There is never a good, convenient or opportune time for a pitcher to need Tommy John reconstructive elbow surgery.
But for Willie Eyre, a 1996 graduate of Cyprus High who was in the process of becoming a key middle reliever for the Texas Rangers last season, the timing couldn't have been worse.
Eyre was finally being given the chance to pitch on a regular basis in Major League Baseball after spending several years in the minors of the Minnesota Twins organization. He was enjoying a breakthrough season in 2007 and was on his way to transition from middle relief to more of a closer role for the Rangers shortly after the All-Star break.
But that's when nagging pain in his throwing arm became unbearable.
"It was really frustrating," Eyre said in a phone interview last week. "I was throwing really well until about the middle of July. That's when they told me I would be throwing more in the seventh, eighth and ninth innings. As a reliever, that's where you want to pitch. That's when it was really starting to hurt."
Eyre was no stranger to arm soreness. He said he dealt with it periodically during the previous four years. But this was different. No amount of warming up and stretching would take the discomfort away. He'd throw one inning and be in excruciating pain.
He also lost command of his pitches. A pitch meant to fool or be away from a hitter would end up over the middle of the plate. He would attempt to throw a pitch over the plate, and he'd have no idea where it was going to end up.
Last August, Eyre decided to find out what was wrong. He met with a specialist who found that Eyre had a partial ligament tear in his right elbow. Eyre was told that his best option was Tommy John surgery. The procedure basically reconstructs the elbow, as Eyre had a tendon taken out of his knee to replace the partially torn ligament in his elbow.
"He said I could throw until it blows and I'd need the surgery," Eyre said. "He said I'd end up needing the surgery anyway. We're a religious family, so I sat down and prayed with my wife and decided to do it."
Eyre was frustrated with having to put his career on hold for what is usually a 15-month rehab process, but he has remained positive during the ordeal. One couldn't blame him for being bitter. He had spent seven full years in the minors before the Twins gave him a chance to pitch in the show in 2006. He signed with the Rangers prior to the 2007 season, and they immediately showed faith in him.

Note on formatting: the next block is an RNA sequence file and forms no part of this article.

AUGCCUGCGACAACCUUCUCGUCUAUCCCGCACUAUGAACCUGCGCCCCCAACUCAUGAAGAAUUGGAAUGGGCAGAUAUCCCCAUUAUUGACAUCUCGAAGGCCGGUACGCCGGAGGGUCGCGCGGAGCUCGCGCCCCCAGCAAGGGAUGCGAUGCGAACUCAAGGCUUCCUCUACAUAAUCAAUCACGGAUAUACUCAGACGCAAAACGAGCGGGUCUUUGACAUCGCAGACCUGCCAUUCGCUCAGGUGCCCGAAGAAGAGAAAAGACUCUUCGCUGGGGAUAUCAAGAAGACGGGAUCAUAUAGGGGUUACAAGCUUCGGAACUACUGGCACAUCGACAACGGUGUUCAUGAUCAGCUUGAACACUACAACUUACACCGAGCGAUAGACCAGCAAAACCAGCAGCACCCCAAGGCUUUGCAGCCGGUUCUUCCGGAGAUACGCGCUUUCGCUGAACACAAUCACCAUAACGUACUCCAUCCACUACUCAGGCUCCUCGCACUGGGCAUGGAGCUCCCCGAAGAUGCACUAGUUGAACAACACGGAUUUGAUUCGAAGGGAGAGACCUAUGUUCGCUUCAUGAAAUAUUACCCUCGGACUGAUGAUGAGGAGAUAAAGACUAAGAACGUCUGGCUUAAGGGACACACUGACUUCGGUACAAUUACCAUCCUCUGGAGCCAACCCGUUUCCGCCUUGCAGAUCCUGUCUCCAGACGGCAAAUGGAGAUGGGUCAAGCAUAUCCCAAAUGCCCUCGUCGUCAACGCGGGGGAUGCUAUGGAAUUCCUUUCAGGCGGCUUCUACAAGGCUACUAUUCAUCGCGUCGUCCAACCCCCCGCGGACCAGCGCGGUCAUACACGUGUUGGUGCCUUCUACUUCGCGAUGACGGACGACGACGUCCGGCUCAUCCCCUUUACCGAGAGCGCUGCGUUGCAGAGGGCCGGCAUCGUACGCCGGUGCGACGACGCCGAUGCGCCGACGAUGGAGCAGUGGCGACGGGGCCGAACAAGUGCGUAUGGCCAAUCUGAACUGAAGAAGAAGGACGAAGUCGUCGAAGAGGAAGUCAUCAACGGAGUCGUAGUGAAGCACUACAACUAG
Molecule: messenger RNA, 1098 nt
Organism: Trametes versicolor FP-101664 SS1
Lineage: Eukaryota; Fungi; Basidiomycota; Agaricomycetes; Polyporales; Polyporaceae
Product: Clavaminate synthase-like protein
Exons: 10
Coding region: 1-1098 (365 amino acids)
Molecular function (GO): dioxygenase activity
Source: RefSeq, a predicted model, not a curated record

Eyre threw in 33 games last season, started in two of them and was set to be considered for the team's closer role. He went 4-6 and had a 5.16 earned-run average. He is under contract with the Rangers until the end of next season.
"I was getting to where I wasn't going to have to fight for a job in the big leagues," Eyre said. "I had my foot in the door. But everything happens for a reason. I'm very optimistic I'll be back in the big leagues as soon as I'm all healed up."
Eyre is currently in the process of getting all healed up. He is rehabbing in Surprise, Ariz., the home of the Rangers' extended spring training camp. Other than the stifling heat he's dealing with, he said things are going quite well.
He works out at the ballpark every day, starting around 7:30 a.m. He puts heat on his arm, stretches and gets tissue massages to get everything right before he throws. He plays catch and alternates weight workouts between his upper and lower body. He has bullpen days, and he runs. He's done working out every day by 11:30 a.m.
It's an easy schedule compared to what Eyre has dealt with in fighting his way through the minors and in pitching in the big leagues the last two seasons. It has allowed him to spend a lot of quality time with his wife, Rachel, and his two children. His wife is due to have their third child in November, and he credits Rachel for helping him in his recovery, especially in the first couple of weeks following his operation.
In March, Eyre was able to see his former high school baseball team, Cyprus, play in a tournament in Arizona. He bought more than 30 tickets to a Rangers-Giants spring training game and gave them to the Pirates' players and coaches. He also signed the tickets he gave to the high school players. Cyprus coach Bob Fratto estimates that Eyre has given him about 15 sets of cleats in the last two years to pass on to his players.
Fratto said the Rangers have obviously seen something in Eyre, not only as a pitcher but also as a person, to provide him with the opportunities they've given him. Fratto, who had to convince Eyre to pitch when he was at Cyprus, has no doubt Eyre will be back in the big leagues when he's finished with his rehab.
"He'll be back because he'll work hard," Fratto said. "It took him a long time to get there, and I know he was frustrated with his lack of movement up the Twins' chain. He had a taste of it (MLB), and he'll work his (butt) off to get back. It takes a special kind of something inside you to take all the steps it takes to make it, to be married and live in the minor leagues to get there ... I don't think this will slow him up."
Eyre recently had a minor setback in his recovery, a bout with triceps tendinitis that was remedied with a cortisone shot. If all goes well, he'll likely start pitching to hitters again in August or September, play in a fall league and then be ready for spring training next year.
The success rate of Tommy John surgery is about 85 percent. Eyre has seen firsthand that it is possible to come back from the operation. His brother Scott, a reliever for the Cubs, had Tommy John surgery 13 years ago.
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